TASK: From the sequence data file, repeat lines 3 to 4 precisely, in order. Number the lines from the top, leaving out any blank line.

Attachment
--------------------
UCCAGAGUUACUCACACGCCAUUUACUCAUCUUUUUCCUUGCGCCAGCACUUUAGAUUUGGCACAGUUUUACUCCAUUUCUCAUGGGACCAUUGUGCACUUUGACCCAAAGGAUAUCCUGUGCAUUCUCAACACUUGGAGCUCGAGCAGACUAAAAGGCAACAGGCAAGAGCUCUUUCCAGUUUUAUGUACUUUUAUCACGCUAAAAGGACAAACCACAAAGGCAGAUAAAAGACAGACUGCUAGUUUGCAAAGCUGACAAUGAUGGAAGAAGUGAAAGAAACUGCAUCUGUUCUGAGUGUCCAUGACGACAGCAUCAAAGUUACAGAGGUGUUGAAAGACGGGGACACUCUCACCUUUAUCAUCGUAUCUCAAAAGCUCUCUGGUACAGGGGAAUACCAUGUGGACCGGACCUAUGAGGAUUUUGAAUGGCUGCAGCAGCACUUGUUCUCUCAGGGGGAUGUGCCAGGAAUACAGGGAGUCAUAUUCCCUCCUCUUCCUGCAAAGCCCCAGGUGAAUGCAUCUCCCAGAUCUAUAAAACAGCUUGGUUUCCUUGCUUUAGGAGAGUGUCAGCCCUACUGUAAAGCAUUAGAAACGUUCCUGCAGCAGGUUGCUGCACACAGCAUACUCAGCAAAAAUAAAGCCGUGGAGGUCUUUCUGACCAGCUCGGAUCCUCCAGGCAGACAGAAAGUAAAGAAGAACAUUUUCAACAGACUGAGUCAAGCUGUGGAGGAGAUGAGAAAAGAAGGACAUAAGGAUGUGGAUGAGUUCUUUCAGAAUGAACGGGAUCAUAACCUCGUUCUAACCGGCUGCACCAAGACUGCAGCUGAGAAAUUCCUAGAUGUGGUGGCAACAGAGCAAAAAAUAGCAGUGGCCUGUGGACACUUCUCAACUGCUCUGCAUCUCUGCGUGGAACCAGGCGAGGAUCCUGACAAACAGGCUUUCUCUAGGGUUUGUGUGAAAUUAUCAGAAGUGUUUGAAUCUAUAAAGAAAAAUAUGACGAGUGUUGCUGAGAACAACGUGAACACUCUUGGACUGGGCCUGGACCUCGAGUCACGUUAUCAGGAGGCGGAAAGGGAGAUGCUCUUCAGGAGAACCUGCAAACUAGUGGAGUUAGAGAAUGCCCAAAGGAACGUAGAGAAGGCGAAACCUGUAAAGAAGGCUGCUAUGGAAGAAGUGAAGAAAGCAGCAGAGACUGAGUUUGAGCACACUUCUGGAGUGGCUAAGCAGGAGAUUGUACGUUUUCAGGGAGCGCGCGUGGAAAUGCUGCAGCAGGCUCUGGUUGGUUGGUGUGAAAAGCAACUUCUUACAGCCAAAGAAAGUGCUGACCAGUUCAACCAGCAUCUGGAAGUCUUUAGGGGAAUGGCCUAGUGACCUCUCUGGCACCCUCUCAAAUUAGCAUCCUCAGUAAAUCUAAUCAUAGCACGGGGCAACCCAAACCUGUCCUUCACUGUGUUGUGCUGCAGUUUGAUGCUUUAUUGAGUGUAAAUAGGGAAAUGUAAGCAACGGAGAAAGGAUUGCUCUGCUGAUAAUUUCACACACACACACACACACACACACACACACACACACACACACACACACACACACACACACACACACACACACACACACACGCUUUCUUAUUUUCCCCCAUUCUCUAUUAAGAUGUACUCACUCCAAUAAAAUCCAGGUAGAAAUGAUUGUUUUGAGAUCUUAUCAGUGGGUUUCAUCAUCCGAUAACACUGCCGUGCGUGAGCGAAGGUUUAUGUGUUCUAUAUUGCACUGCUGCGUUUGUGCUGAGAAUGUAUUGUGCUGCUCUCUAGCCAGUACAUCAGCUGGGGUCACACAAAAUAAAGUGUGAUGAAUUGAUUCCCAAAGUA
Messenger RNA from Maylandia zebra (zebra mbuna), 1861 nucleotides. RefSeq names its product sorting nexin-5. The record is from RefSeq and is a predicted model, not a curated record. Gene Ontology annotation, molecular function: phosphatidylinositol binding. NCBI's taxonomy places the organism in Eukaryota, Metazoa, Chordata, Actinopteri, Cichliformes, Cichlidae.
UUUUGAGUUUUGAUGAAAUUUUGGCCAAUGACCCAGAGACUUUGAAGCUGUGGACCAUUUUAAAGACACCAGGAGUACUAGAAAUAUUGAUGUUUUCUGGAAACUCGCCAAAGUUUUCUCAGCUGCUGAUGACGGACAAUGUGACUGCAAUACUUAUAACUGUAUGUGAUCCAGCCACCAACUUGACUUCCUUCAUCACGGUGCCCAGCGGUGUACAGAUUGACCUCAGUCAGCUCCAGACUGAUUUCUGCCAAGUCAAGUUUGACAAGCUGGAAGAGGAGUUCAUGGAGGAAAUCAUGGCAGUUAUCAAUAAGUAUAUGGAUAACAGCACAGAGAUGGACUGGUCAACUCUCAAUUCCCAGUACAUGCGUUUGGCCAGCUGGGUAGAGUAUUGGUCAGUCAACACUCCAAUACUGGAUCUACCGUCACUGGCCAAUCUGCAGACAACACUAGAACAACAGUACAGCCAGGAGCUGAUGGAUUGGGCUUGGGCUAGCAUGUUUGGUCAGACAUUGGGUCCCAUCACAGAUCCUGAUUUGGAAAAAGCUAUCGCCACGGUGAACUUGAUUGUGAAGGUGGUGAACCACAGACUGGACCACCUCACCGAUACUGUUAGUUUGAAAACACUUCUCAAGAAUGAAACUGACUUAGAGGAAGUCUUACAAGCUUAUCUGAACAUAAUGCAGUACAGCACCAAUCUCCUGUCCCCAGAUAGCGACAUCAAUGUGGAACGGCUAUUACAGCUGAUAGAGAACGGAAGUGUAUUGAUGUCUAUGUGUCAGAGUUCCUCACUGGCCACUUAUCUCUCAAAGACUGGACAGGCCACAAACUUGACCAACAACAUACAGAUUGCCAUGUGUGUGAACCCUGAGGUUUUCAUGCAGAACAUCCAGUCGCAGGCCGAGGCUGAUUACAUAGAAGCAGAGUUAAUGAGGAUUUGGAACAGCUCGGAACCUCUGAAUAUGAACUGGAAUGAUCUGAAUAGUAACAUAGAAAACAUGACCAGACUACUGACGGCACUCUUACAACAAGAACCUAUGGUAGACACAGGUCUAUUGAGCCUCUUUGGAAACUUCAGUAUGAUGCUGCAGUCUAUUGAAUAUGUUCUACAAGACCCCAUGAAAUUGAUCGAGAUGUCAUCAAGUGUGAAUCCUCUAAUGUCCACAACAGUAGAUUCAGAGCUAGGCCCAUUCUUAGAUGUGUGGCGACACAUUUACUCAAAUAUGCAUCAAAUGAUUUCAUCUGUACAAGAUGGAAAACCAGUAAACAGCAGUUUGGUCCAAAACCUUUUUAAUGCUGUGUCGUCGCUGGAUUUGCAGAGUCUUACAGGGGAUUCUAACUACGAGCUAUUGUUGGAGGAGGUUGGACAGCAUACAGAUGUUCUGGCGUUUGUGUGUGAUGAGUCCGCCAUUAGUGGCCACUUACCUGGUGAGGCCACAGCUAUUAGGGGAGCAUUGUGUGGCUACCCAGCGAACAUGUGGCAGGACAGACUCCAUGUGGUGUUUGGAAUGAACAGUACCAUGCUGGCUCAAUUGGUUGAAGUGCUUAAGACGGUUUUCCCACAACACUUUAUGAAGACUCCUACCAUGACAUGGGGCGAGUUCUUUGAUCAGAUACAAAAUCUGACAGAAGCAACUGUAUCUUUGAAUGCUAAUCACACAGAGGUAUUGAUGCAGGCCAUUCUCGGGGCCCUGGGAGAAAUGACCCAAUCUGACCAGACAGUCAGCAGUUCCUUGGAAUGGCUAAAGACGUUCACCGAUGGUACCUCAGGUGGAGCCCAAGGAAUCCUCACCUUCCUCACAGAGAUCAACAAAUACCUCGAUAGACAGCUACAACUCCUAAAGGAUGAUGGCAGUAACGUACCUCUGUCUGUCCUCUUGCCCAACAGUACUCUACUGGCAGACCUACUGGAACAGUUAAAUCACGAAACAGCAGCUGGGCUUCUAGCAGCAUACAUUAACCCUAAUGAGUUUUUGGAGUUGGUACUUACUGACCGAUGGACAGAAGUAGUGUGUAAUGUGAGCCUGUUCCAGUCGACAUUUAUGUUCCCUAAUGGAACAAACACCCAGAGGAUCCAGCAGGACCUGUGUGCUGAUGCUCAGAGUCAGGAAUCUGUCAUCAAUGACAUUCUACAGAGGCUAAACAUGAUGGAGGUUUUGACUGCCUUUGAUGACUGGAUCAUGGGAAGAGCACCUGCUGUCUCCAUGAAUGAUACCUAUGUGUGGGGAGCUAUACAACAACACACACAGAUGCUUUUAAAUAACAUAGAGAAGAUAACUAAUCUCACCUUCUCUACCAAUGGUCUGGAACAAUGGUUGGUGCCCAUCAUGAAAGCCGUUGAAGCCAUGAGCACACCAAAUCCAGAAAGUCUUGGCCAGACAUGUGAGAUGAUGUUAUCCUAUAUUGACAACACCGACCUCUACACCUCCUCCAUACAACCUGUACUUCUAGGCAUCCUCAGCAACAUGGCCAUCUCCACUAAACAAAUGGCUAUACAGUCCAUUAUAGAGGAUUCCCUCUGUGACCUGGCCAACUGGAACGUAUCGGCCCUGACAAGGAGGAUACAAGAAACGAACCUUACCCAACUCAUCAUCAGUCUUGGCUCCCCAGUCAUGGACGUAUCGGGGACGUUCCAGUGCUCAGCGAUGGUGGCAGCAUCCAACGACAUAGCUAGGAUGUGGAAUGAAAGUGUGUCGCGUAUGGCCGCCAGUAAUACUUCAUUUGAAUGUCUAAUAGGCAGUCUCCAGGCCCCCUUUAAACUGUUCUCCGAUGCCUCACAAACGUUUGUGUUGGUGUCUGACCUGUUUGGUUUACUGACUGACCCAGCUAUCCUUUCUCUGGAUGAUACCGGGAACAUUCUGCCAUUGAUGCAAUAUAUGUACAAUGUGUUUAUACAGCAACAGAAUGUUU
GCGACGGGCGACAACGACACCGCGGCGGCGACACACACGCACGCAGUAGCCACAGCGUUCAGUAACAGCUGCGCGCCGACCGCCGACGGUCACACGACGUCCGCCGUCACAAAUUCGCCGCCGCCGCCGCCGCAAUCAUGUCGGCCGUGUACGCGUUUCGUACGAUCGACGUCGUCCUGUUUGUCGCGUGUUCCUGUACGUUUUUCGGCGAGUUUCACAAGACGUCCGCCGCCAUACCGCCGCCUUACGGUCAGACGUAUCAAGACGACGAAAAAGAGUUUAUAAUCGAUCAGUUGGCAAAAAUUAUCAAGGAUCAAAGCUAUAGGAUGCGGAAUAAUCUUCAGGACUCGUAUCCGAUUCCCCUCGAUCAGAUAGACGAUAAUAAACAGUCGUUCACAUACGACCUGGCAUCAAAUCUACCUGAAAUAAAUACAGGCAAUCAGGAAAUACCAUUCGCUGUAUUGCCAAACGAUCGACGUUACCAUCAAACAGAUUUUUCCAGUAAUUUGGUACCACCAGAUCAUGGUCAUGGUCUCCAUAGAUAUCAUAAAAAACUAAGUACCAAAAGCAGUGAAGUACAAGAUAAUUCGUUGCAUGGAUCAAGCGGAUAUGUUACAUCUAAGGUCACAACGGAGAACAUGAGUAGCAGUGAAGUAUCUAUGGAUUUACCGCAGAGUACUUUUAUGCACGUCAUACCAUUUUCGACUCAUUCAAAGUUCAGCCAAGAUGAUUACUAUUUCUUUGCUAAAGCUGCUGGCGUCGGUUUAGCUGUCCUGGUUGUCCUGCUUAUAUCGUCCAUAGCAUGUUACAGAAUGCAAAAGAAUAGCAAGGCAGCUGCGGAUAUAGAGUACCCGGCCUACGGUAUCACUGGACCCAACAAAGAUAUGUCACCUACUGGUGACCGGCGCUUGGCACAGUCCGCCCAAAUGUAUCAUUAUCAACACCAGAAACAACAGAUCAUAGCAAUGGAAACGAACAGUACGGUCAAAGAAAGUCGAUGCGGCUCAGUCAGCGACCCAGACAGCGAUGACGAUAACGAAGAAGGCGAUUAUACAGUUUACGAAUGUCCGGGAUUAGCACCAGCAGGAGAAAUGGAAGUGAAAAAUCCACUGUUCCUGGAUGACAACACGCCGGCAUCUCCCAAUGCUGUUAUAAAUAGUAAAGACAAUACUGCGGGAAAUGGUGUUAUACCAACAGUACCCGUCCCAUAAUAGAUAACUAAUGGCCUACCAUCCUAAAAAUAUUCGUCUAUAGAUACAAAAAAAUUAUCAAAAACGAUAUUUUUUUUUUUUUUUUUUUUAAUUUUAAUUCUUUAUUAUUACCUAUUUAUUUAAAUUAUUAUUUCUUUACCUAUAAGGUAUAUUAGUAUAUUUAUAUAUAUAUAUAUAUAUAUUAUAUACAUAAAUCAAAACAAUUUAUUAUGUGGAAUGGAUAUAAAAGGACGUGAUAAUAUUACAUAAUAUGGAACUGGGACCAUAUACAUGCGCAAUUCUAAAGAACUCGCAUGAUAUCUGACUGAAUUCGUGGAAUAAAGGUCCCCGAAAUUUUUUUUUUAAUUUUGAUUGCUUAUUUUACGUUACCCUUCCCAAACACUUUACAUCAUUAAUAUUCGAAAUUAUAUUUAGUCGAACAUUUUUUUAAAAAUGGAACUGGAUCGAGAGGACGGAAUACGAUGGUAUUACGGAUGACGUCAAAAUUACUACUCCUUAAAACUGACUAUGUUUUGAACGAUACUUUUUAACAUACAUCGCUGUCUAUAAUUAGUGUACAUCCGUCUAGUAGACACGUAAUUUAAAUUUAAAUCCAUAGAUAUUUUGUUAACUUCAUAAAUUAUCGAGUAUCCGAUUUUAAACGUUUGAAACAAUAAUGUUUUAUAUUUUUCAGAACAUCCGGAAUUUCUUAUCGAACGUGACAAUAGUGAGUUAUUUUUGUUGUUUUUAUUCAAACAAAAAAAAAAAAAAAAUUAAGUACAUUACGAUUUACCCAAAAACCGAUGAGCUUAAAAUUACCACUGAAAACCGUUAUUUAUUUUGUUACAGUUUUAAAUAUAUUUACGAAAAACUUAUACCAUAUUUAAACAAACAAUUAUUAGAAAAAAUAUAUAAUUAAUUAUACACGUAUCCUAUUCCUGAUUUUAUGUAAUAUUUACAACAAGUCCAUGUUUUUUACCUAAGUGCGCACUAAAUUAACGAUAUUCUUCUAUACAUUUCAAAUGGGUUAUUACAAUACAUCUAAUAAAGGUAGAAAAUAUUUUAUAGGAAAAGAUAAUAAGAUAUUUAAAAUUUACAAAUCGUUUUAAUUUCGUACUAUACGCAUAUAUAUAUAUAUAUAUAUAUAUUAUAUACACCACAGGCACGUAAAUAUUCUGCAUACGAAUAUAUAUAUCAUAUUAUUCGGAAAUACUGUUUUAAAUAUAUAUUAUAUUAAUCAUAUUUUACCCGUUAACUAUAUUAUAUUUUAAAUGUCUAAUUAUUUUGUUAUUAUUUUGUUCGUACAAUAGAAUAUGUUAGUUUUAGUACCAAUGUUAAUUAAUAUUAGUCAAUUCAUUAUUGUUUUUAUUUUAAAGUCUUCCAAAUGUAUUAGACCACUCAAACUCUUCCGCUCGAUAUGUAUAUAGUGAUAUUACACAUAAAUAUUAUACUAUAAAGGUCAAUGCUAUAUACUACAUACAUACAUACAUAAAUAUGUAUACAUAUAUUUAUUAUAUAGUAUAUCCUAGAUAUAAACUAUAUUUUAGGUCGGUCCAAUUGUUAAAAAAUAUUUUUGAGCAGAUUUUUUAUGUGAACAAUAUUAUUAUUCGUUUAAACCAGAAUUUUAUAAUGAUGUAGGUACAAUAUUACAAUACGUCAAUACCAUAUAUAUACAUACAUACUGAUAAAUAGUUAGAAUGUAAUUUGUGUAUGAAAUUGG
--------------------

UUUUGAGUUUUGAUGAAAUUUUGGCCAAUGACCCAGAGACUUUGAAGCUGUGGACCAUUUUAAAGACACCAGGAGUACUAGAAAUAUUGAUGUUUUCUGGAAACUCGCCAAAGUUUUCUCAGCUGCUGAUGACGGACAAUGUGACUGCAAUACUUAUAACUGUAUGUGAUCCAGCCACCAACUUGACUUCCUUCAUCACGGUGCCCAGCGGUGUACAGAUUGACCUCAGUCAGCUCCAGACUGAUUUCUGCCAAGUCAAGUUUGACAAGCUGGAAGAGGAGUUCAUGGAGGAAAUCAUGGCAGUUAUCAAUAAGUAUAUGGAUAACAGCACAGAGAUGGACUGGUCAACUCUCAAUUCCCAGUACAUGCGUUUGGCCAGCUGGGUAGAGUAUUGGUCAGUCAACACUCCAAUACUGGAUCUACCGUCACUGGCCAAUCUGCAGACAACACUAGAACAACAGUACAGCCAGGAGCUGAUGGAUUGGGCUUGGGCUAGCAUGUUUGGUCAGACAUUGGGUCCCAUCACAGAUCCUGAUUUGGAAAAAGCUAUCGCCACGGUGAACUUGAUUGUGAAGGUGGUGAACCACAGACUGGACCACCUCACCGAUACUGUUAGUUUGAAAACACUUCUCAAGAAUGAAACUGACUUAGAGGAAGUCUUACAAGCUUAUCUGAACAUAAUGCAGUACAGCACCAAUCUCCUGUCCCCAGAUAGCGACAUCAAUGUGGAACGGCUAUUACAGCUGAUAGAGAACGGAAGUGUAUUGAUGUCUAUGUGUCAGAGUUCCUCACUGGCCACUUAUCUCUCAAAGACUGGACAGGCCACAAACUUGACCAACAACAUACAGAUUGCCAUGUGUGUGAACCCUGAGGUUUUCAUGCAGAACAUCCAGUCGCAGGCCGAGGCUGAUUACAUAGAAGCAGAGUUAAUGAGGAUUUGGAACAGCUCGGAACCUCUGAAUAUGAACUGGAAUGAUCUGAAUAGUAACAUAGAAAACAUGACCAGACUACUGACGGCACUCUUACAACAAGAACCUAUGGUAGACACAGGUCUAUUGAGCCUCUUUGGAAACUUCAGUAUGAUGCUGCAGUCUAUUGAAUAUGUUCUACAAGACCCCAUGAAAUUGAUCGAGAUGUCAUCAAGUGUGAAUCCUCUAAUGUCCACAACAGUAGAUUCAGAGCUAGGCCCAUUCUUAGAUGUGUGGCGACACAUUUACUCAAAUAUGCAUCAAAUGAUUUCAUCUGUACAAGAUGGAAAACCAGUAAACAGCAGUUUGGUCCAAAACCUUUUUAAUGCUGUGUCGUCGCUGGAUUUGCAGAGUCUUACAGGGGAUUCUAACUACGAGCUAUUGUUGGAGGAGGUUGGACAGCAUACAGAUGUUCUGGCGUUUGUGUGUGAUGAGUCCGCCAUUAGUGGCCACUUACCUGGUGAGGCCACAGCUAUUAGGGGAGCAUUGUGUGGCUACCCAGCGAACAUGUGGCAGGACAGACUCCAUGUGGUGUUUGGAAUGAACAGUACCAUGCUGGCUCAAUUGGUUGAAGUGCUUAAGACGGUUUUCCCACAACACUUUAUGAAGACUCCUACCAUGACAUGGGGCGAGUUCUUUGAUCAGAUACAAAAUCUGACAGAAGCAACUGUAUCUUUGAAUGCUAAUCACACAGAGGUAUUGAUGCAGGCCAUUCUCGGGGCCCUGGGAGAAAUGACCCAAUCUGACCAGACAGUCAGCAGUUCCUUGGAAUGGCUAAAGACGUUCACCGAUGGUACCUCAGGUGGAGCCCAAGGAAUCCUCACCUUCCUCACAGAGAUCAACAAAUACCUCGAUAGACAGCUACAACUCCUAAAGGAUGAUGGCAGUAACGUACCUCUGUCUGUCCUCUUGCCCAACAGUACUCUACUGGCAGACCUACUGGAACAGUUAAAUCACGAAACAGCAGCUGGGCUUCUAGCAGCAUACAUUAACCCUAAUGAGUUUUUGGAGUUGGUACUUACUGACCGAUGGACAGAAGUAGUGUGUAAUGUGAGCCUGUUCCAGUCGACAUUUAUGUUCCCUAAUGGAACAAACACCCAGAGGAUCCAGCAGGACCUGUGUGCUGAUGCUCAGAGUCAGGAAUCUGUCAUCAAUGACAUUCUACAGAGGCUAAACAUGAUGGAGGUUUUGACUGCCUUUGAUGACUGGAUCAUGGGAAGAGCACCUGCUGUCUCCAUGAAUGAUACCUAUGUGUGGGGAGCUAUACAACAACACACACAGAUGCUUUUAAAUAACAUAGAGAAGAUAACUAAUCUCACCUUCUCUACCAAUGGUCUGGAACAAUGGUUGGUGCCCAUCAUGAAAGCCGUUGAAGCCAUGAGCACACCAAAUCCAGAAAGUCUUGGCCAGACAUGUGAGAUGAUGUUAUCCUAUAUUGACAACACCGACCUCUACACCUCCUCCAUACAACCUGUACUUCUAGGCAUCCUCAGCAACAUGGCCAUCUCCACUAAACAAAUGGCUAUACAGUCCAUUAUAGAGGAUUCCCUCUGUGACCUGGCCAACUGGAACGUAUCGGCCCUGACAAGGAGGAUACAAGAAACGAACCUUACCCAACUCAUCAUCAGUCUUGGCUCCCCAGUCAUGGACGUAUCGGGGACGUUCCAGUGCUCAGCGAUGGUGGCAGCAUCCAACGACAUAGCUAGGAUGUGGAAUGAAAGUGUGUCGCGUAUGGCCGCCAGUAAUACUUCAUUUGAAUGUCUAAUAGGCAGUCUCCAGGCCCCCUUUAAACUGUUCUCCGAUGCCUCACAAACGUUUGUGUUGGUGUCUGACCUGUUUGGUUUACUGACUGACCCAGCUAUCCUUUCUCUGGAUGAUACCGGGAACAUUCUGCCAUUGAUGCAAUAUAUGUACAAUGUGUUUAUACAGCAACAGAAUGUUU
GCGACGGGCGACAACGACACCGCGGCGGCGACACACACGCACGCAGUAGCCACAGCGUUCAGUAACAGCUGCGCGCCGACCGCCGACGGUCACACGACGUCCGCCGUCACAAAUUCGCCGCCGCCGCCGCCGCAAUCAUGUCGGCCGUGUACGCGUUUCGUACGAUCGACGUCGUCCUGUUUGUCGCGUGUUCCUGUACGUUUUUCGGCGAGUUUCACAAGACGUCCGCCGCCAUACCGCCGCCUUACGGUCAGACGUAUCAAGACGACGAAAAAGAGUUUAUAAUCGAUCAGUUGGCAAAAAUUAUCAAGGAUCAAAGCUAUAGGAUGCGGAAUAAUCUUCAGGACUCGUAUCCGAUUCCCCUCGAUCAGAUAGACGAUAAUAAACAGUCGUUCACAUACGACCUGGCAUCAAAUCUACCUGAAAUAAAUACAGGCAAUCAGGAAAUACCAUUCGCUGUAUUGCCAAACGAUCGACGUUACCAUCAAACAGAUUUUUCCAGUAAUUUGGUACCACCAGAUCAUGGUCAUGGUCUCCAUAGAUAUCAUAAAAAACUAAGUACCAAAAGCAGUGAAGUACAAGAUAAUUCGUUGCAUGGAUCAAGCGGAUAUGUUACAUCUAAGGUCACAACGGAGAACAUGAGUAGCAGUGAAGUAUCUAUGGAUUUACCGCAGAGUACUUUUAUGCACGUCAUACCAUUUUCGACUCAUUCAAAGUUCAGCCAAGAUGAUUACUAUUUCUUUGCUAAAGCUGCUGGCGUCGGUUUAGCUGUCCUGGUUGUCCUGCUUAUAUCGUCCAUAGCAUGUUACAGAAUGCAAAAGAAUAGCAAGGCAGCUGCGGAUAUAGAGUACCCGGCCUACGGUAUCACUGGACCCAACAAAGAUAUGUCACCUACUGGUGACCGGCGCUUGGCACAGUCCGCCCAAAUGUAUCAUUAUCAACACCAGAAACAACAGAUCAUAGCAAUGGAAACGAACAGUACGGUCAAAGAAAGUCGAUGCGGCUCAGUCAGCGACCCAGACAGCGAUGACGAUAACGAAGAAGGCGAUUAUACAGUUUACGAAUGUCCGGGAUUAGCACCAGCAGGAGAAAUGGAAGUGAAAAAUCCACUGUUCCUGGAUGACAACACGCCGGCAUCUCCCAAUGCUGUUAUAAAUAGUAAAGACAAUACUGCGGGAAAUGGUGUUAUACCAACAGUACCCGUCCCAUAAUAGAUAACUAAUGGCCUACCAUCCUAAAAAUAUUCGUCUAUAGAUACAAAAAAAUUAUCAAAAACGAUAUUUUUUUUUUUUUUUUUUUUAAUUUUAAUUCUUUAUUAUUACCUAUUUAUUUAAAUUAUUAUUUCUUUACCUAUAAGGUAUAUUAGUAUAUUUAUAUAUAUAUAUAUAUAUAUUAUAUACAUAAAUCAAAACAAUUUAUUAUGUGGAAUGGAUAUAAAAGGACGUGAUAAUAUUACAUAAUAUGGAACUGGGACCAUAUACAUGCGCAAUUCUAAAGAACUCGCAUGAUAUCUGACUGAAUUCGUGGAAUAAAGGUCCCCGAAAUUUUUUUUUUAAUUUUGAUUGCUUAUUUUACGUUACCCUUCCCAAACACUUUACAUCAUUAAUAUUCGAAAUUAUAUUUAGUCGAACAUUUUUUUAAAAAUGGAACUGGAUCGAGAGGACGGAAUACGAUGGUAUUACGGAUGACGUCAAAAUUACUACUCCUUAAAACUGACUAUGUUUUGAACGAUACUUUUUAACAUACAUCGCUGUCUAUAAUUAGUGUACAUCCGUCUAGUAGACACGUAAUUUAAAUUUAAAUCCAUAGAUAUUUUGUUAACUUCAUAAAUUAUCGAGUAUCCGAUUUUAAACGUUUGAAACAAUAAUGUUUUAUAUUUUUCAGAACAUCCGGAAUUUCUUAUCGAACGUGACAAUAGUGAGUUAUUUUUGUUGUUUUUAUUCAAACAAAAAAAAAAAAAAAAUUAAGUACAUUACGAUUUACCCAAAAACCGAUGAGCUUAAAAUUACCACUGAAAACCGUUAUUUAUUUUGUUACAGUUUUAAAUAUAUUUACGAAAAACUUAUACCAUAUUUAAACAAACAAUUAUUAGAAAAAAUAUAUAAUUAAUUAUACACGUAUCCUAUUCCUGAUUUUAUGUAAUAUUUACAACAAGUCCAUGUUUUUUACCUAAGUGCGCACUAAAUUAACGAUAUUCUUCUAUACAUUUCAAAUGGGUUAUUACAAUACAUCUAAUAAAGGUAGAAAAUAUUUUAUAGGAAAAGAUAAUAAGAUAUUUAAAAUUUACAAAUCGUUUUAAUUUCGUACUAUACGCAUAUAUAUAUAUAUAUAUAUAUAUUAUAUACACCACAGGCACGUAAAUAUUCUGCAUACGAAUAUAUAUAUCAUAUUAUUCGGAAAUACUGUUUUAAAUAUAUAUUAUAUUAAUCAUAUUUUACCCGUUAACUAUAUUAUAUUUUAAAUGUCUAAUUAUUUUGUUAUUAUUUUGUUCGUACAAUAGAAUAUGUUAGUUUUAGUACCAAUGUUAAUUAAUAUUAGUCAAUUCAUUAUUGUUUUUAUUUUAAAGUCUUCCAAAUGUAUUAGACCACUCAAACUCUUCCGCUCGAUAUGUAUAUAGUGAUAUUACACAUAAAUAUUAUACUAUAAAGGUCAAUGCUAUAUACUACAUACAUACAUACAUAAAUAUGUAUACAUAUAUUUAUUAUAUAGUAUAUCCUAGAUAUAAACUAUAUUUUAGGUCGGUCCAAUUGUUAAAAAAUAUUUUUGAGCAGAUUUUUUAUGUGAACAAUAUUAUUAUUCGUUUAAACCAGAAUUUUAUAAUGAUGUAGGUACAAUAUUACAAUACGUCAAUACCAUAUAUAUACAUACAUACUGAUAAAUAGUUAGAAUGUAAUUUGUGUAUGAAAUUGG